The Chief Medical Officer has advised antivirals drugs may now be used for treatment of flu.
Latest figures from Public Health England (PHE) indicate flu is now circulating in the community, with increases seen for several indicators in particular influenza confirmed hospitalisations amongst younger adults.
Based on this advice, the Department of Health (DH) is issuing guidance on the use of antiviral drugs in primary care for the management of people presenting with flu-like illness in England who are at higher risk of developing complications from flu.
Virus surveillance from the UK and elsewhere in Europe shows the strain A(H1N1)pdm09 is now the main seasonal flu virus.
The viruses characterised so far this season are well-matched to the vaccine strain.
Previous flu seasons dominated by A(H1N1)pdm09 suggest this strain particularly affects children, pregnant women, and adults with long term conditions like chronic heart disease, liver disease, neurological disease and respiratory disease in particular.
Antivirals are recommended by a number of organisations including NICE, PHE, WHO and ECDC for the treatment and prophylaxis of influenza.
PHE recommends the targeted use of antivirals for the treatment and prophylaxis of individuals at higher risk of the severe consequences of seasonal influenza.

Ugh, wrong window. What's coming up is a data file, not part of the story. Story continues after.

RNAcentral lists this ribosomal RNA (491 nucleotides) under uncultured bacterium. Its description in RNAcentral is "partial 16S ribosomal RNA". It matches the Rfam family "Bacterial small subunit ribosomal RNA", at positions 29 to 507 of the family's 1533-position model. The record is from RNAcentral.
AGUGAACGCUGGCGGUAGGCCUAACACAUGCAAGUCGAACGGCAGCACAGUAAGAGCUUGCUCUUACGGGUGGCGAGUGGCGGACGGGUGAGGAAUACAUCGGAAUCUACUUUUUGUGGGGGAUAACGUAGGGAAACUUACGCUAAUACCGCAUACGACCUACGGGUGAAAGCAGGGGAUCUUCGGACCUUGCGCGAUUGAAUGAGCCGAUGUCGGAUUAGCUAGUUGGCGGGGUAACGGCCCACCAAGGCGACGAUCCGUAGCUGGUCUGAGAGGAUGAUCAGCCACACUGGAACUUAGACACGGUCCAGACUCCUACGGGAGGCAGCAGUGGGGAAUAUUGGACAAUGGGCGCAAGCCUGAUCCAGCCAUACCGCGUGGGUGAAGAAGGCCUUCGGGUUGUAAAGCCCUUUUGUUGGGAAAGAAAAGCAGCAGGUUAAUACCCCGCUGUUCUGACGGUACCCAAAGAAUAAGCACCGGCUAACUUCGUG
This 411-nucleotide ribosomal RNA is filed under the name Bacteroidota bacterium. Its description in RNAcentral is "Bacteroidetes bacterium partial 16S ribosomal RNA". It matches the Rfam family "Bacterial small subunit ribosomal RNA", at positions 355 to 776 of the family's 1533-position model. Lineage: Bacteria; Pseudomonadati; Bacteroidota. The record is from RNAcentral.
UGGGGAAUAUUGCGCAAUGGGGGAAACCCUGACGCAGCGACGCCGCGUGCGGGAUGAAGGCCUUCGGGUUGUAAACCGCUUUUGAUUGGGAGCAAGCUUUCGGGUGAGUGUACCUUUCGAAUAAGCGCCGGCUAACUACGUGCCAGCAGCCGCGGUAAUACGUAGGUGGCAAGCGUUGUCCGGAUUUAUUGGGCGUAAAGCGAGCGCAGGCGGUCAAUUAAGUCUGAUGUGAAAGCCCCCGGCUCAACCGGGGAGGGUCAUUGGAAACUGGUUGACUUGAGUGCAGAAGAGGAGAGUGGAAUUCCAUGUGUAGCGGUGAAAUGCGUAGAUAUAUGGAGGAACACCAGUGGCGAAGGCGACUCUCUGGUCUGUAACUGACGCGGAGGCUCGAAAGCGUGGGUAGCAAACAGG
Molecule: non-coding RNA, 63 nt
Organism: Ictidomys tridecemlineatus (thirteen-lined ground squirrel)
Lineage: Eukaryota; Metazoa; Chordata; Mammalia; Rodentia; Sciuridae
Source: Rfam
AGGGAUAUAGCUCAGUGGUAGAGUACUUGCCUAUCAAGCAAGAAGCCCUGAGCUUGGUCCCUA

Dr Richard Pebody, flu expert for PHE said:
For most people influenza infection is just a nasty experience, but for some it can lead to illnesses that are more serious, including bronchitis and secondary bacterial pneumonia, which can be life threatening.
It’s not too late for children and people in ‘at risk’ groups to get the vaccine for free, and this remains important now that flu is circulating. This includes people with underlying health conditions, even those that are well managed, such as asthma, diabetes, heart, lung, liver or renal diseases, those with weakened immune systems, as well as older people and pregnant women. Anyone in these groups who hasn’t yet had the vaccine should contact their GP, pharmacist or midwife, as they are at much greater risk of becoming seriously unwell if they catch flu, and sadly many end up in hospital.
Remember that maintaining good cough and hand hygiene can help prevent the spread of germs and reduce the risk of transmission for flu. This includes covering your nose and mouth with a tissue when you cough and sneeze, disposing of the tissue and cleaning your hands as soon you can.